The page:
No, held the CJEU in Sneller -v- DAS, an important case strengthening an employee's position in dealing with insurers.
The Claimant held legal insurance with DAS. The insurance contract stated that the insured had the freedom to choose their own lawyer if DAS decided that the case should be dealt with by external lawyers (rather than its own staff). The Claimant wished to bring a claim of unfair dismissal instructing his own lawyer, but DAS preferred to keep it inhouse.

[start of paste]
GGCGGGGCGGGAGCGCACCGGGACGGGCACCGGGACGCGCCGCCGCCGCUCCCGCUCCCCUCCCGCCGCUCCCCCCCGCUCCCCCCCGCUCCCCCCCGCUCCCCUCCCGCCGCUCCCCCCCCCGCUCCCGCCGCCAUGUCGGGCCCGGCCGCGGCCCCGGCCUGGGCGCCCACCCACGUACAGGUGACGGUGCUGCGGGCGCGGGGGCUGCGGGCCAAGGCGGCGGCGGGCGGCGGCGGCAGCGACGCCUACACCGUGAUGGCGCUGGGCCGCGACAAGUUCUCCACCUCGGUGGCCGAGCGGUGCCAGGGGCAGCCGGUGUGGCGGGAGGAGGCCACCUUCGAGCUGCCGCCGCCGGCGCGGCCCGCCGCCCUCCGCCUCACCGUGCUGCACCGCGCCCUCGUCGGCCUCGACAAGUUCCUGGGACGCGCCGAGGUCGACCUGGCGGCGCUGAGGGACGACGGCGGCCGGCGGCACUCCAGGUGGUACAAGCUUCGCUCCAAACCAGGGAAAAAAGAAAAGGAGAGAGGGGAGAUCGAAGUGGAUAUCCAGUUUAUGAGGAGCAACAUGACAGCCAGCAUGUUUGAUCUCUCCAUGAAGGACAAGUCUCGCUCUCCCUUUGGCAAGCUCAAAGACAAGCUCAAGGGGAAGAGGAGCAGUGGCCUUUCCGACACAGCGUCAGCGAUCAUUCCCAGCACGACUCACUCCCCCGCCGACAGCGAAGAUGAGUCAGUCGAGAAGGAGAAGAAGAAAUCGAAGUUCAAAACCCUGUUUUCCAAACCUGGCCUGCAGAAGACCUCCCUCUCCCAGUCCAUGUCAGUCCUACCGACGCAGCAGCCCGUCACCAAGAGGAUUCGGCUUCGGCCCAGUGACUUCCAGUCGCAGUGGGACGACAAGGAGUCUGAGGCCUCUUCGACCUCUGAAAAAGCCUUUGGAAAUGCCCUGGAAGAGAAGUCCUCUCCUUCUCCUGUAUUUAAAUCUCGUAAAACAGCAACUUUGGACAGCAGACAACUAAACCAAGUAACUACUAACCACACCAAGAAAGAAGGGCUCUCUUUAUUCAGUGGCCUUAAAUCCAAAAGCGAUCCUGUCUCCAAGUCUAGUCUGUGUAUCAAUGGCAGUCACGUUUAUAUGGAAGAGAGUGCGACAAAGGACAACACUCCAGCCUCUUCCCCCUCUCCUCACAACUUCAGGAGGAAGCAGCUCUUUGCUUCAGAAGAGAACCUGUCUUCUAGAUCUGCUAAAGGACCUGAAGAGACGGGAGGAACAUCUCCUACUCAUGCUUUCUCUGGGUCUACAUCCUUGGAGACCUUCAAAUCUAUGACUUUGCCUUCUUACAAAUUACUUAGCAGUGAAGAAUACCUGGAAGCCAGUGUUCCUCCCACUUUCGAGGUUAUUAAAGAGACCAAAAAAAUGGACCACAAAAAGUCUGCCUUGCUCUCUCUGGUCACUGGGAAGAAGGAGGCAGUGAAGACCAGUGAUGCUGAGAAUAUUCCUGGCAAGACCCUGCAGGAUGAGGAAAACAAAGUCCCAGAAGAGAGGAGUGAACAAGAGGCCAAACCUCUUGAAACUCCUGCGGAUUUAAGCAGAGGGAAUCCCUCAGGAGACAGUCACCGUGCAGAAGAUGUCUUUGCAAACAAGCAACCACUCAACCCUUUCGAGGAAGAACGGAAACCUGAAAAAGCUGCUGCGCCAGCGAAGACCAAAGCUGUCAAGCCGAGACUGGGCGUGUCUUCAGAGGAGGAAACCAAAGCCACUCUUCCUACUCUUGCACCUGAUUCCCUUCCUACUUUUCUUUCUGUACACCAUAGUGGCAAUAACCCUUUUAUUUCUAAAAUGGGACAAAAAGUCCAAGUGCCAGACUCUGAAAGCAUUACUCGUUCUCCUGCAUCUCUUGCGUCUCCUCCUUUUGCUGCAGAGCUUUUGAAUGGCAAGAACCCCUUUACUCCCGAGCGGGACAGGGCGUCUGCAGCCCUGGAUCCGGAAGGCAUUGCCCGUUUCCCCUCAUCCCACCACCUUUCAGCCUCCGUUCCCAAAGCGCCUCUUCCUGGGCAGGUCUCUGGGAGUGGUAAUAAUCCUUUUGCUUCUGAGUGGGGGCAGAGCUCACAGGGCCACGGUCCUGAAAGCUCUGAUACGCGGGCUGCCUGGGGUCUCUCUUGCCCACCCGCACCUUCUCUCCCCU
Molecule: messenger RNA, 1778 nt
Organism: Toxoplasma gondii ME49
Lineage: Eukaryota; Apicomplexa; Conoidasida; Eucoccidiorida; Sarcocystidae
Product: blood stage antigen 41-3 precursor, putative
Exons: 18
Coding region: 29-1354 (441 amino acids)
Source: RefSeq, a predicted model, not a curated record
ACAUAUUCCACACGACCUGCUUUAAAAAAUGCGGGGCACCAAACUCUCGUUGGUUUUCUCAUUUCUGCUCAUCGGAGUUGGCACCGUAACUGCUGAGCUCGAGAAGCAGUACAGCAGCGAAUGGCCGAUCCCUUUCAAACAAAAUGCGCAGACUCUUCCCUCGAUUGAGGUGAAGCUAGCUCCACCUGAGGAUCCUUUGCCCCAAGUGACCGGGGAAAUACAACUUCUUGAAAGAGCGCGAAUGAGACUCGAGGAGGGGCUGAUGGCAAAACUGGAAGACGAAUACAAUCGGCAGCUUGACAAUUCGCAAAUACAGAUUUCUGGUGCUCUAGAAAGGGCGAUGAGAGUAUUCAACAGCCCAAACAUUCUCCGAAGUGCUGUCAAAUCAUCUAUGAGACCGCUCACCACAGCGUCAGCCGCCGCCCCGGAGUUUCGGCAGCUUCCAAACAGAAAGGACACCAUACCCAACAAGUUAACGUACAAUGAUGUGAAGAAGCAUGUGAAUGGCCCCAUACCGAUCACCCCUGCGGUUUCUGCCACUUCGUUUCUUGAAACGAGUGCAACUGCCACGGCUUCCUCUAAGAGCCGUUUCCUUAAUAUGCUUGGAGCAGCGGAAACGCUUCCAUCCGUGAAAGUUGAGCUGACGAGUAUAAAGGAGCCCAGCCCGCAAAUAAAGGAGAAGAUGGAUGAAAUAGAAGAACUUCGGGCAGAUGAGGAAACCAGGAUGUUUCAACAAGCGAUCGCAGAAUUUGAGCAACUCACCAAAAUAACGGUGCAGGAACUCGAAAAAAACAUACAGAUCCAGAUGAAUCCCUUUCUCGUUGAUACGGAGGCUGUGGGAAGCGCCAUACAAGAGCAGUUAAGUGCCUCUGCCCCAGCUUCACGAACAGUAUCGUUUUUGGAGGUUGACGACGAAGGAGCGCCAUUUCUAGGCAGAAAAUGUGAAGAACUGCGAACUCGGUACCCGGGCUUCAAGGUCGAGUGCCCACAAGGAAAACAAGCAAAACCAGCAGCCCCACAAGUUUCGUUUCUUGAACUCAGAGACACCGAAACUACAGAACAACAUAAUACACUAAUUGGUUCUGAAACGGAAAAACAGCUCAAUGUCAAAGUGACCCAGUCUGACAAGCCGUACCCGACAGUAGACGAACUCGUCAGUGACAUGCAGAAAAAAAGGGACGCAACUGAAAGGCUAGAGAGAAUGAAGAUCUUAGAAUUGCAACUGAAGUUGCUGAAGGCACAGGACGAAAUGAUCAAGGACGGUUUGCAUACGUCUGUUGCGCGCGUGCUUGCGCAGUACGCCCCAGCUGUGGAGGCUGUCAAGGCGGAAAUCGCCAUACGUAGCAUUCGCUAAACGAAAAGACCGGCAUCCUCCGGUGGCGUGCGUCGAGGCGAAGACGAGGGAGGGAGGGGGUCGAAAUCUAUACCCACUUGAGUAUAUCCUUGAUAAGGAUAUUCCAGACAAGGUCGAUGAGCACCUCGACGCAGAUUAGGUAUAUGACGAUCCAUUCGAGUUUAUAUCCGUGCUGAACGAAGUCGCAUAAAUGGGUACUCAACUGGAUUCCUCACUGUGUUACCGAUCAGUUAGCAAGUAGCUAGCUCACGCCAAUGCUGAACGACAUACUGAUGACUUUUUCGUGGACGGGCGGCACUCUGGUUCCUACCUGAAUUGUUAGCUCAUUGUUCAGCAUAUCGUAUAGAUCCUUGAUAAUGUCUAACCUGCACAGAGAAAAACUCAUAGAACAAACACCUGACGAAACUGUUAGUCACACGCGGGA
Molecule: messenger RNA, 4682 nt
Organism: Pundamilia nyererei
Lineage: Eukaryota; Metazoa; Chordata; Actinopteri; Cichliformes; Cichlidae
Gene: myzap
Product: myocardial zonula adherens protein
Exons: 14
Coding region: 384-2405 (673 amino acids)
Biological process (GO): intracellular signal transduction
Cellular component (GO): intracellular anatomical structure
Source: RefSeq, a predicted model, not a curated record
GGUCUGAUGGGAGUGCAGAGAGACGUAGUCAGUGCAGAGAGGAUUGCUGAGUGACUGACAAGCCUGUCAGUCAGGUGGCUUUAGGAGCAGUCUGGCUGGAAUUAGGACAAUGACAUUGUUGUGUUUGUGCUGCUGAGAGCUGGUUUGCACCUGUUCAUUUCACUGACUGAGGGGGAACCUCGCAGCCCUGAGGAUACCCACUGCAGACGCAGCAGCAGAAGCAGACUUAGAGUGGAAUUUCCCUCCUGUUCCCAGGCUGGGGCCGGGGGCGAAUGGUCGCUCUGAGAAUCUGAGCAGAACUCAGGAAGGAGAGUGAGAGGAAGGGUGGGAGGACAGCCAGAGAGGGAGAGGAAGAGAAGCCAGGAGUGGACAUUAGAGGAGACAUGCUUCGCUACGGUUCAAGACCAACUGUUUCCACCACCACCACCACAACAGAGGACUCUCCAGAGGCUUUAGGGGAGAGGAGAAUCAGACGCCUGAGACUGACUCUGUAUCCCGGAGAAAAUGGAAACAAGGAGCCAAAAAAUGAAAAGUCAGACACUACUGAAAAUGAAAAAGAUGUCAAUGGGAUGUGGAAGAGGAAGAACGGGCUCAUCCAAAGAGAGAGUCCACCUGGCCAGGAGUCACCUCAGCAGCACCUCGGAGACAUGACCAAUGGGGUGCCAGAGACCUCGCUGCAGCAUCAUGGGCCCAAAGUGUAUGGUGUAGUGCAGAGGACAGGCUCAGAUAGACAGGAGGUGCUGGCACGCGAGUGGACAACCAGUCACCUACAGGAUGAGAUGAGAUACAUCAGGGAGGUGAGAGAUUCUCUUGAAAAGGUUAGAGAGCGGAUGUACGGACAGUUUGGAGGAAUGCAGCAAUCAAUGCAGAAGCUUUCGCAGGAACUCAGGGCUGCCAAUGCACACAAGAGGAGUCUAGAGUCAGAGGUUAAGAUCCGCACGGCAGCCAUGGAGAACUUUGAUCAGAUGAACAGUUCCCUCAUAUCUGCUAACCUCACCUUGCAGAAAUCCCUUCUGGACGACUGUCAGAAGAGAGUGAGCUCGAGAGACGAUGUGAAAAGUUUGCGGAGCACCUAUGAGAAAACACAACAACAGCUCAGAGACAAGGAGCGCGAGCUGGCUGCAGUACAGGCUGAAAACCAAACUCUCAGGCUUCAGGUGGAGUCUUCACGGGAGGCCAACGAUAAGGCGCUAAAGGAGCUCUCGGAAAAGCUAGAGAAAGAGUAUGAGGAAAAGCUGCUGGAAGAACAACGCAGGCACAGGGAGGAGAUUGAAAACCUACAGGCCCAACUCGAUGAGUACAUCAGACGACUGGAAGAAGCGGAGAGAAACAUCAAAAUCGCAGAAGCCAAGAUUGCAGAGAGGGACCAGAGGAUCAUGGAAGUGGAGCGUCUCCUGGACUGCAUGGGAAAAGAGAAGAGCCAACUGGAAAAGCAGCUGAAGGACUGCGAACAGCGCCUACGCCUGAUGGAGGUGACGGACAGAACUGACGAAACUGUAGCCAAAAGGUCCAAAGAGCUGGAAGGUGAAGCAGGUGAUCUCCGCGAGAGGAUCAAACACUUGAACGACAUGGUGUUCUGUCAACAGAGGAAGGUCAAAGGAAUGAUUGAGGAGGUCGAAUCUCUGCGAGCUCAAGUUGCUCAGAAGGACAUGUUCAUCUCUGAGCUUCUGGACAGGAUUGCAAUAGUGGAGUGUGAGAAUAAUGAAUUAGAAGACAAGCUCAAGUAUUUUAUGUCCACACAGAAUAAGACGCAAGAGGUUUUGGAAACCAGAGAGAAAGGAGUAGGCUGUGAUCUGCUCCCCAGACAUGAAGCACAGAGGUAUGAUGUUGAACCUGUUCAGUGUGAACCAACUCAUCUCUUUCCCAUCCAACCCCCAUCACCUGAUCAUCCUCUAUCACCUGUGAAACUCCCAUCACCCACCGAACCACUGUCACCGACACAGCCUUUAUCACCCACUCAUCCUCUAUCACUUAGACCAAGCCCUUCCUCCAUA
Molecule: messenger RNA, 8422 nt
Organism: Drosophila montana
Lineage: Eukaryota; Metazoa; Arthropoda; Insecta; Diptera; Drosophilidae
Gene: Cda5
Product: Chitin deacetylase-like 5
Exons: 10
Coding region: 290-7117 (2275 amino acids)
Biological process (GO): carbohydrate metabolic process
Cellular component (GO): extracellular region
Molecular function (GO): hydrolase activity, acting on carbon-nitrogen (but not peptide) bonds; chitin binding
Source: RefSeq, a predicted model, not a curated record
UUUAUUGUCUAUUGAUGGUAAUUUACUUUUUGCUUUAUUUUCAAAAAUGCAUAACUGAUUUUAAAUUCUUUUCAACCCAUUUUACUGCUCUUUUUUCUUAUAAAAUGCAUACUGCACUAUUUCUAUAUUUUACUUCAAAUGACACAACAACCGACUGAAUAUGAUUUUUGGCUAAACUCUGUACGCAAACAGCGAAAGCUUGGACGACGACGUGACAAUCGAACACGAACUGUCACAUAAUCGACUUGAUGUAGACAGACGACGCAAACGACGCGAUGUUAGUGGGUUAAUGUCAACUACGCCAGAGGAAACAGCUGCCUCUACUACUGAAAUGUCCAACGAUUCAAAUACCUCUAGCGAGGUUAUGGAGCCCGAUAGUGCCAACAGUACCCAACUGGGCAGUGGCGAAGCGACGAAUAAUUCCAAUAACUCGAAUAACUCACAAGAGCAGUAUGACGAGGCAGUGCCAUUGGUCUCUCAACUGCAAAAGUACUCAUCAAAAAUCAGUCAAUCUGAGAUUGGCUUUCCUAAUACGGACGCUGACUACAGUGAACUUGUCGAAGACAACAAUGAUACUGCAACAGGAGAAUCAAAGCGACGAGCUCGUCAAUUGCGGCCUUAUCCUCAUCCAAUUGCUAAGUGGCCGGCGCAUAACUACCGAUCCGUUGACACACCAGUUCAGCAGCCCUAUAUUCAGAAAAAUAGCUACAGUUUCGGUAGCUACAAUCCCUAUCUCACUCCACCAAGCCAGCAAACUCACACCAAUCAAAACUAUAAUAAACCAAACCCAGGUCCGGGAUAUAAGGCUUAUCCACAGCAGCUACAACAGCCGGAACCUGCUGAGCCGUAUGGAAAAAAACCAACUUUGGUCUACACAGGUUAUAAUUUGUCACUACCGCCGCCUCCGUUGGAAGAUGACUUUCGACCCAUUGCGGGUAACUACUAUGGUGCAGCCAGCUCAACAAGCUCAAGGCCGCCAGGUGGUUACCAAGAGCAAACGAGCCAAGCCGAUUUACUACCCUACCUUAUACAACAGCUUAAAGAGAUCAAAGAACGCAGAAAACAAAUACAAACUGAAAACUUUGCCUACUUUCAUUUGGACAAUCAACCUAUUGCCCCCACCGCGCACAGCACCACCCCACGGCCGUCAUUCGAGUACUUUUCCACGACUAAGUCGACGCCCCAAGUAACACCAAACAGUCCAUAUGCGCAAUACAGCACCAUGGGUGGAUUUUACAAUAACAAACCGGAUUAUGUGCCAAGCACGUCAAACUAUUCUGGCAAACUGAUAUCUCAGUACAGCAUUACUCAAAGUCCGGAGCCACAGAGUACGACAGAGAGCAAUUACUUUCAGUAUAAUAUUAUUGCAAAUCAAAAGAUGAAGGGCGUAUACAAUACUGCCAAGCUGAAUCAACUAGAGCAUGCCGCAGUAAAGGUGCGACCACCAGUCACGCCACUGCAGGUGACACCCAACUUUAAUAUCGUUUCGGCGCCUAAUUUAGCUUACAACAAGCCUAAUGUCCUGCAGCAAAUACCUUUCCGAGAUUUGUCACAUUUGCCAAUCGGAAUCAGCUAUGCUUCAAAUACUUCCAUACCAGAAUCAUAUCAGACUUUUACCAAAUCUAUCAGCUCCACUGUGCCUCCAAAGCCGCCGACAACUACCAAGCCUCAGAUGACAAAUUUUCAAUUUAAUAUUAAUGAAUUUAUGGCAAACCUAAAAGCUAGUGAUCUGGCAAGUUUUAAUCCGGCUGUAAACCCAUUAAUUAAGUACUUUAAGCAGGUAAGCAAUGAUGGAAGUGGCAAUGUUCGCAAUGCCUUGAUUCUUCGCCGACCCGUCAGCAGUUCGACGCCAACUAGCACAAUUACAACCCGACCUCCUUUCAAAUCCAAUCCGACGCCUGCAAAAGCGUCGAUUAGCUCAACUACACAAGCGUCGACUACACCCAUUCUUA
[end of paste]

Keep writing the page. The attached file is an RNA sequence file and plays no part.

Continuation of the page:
The CJEU considered Article 4(1) of Directive 87/344/EC on legal expense insurance, which recognises an insured person's freedom of choice in instructing a lawyer. The CJEU held that the requirement that the insurer must decide if lawyers are to be instructed was too restrictive. The Claimant's freedom of choice as to their representative should not be dependent upon the insurer's view on whether it is necessary to instruct lawyers. However, the insurers might not necessarily have to meet the costs in full.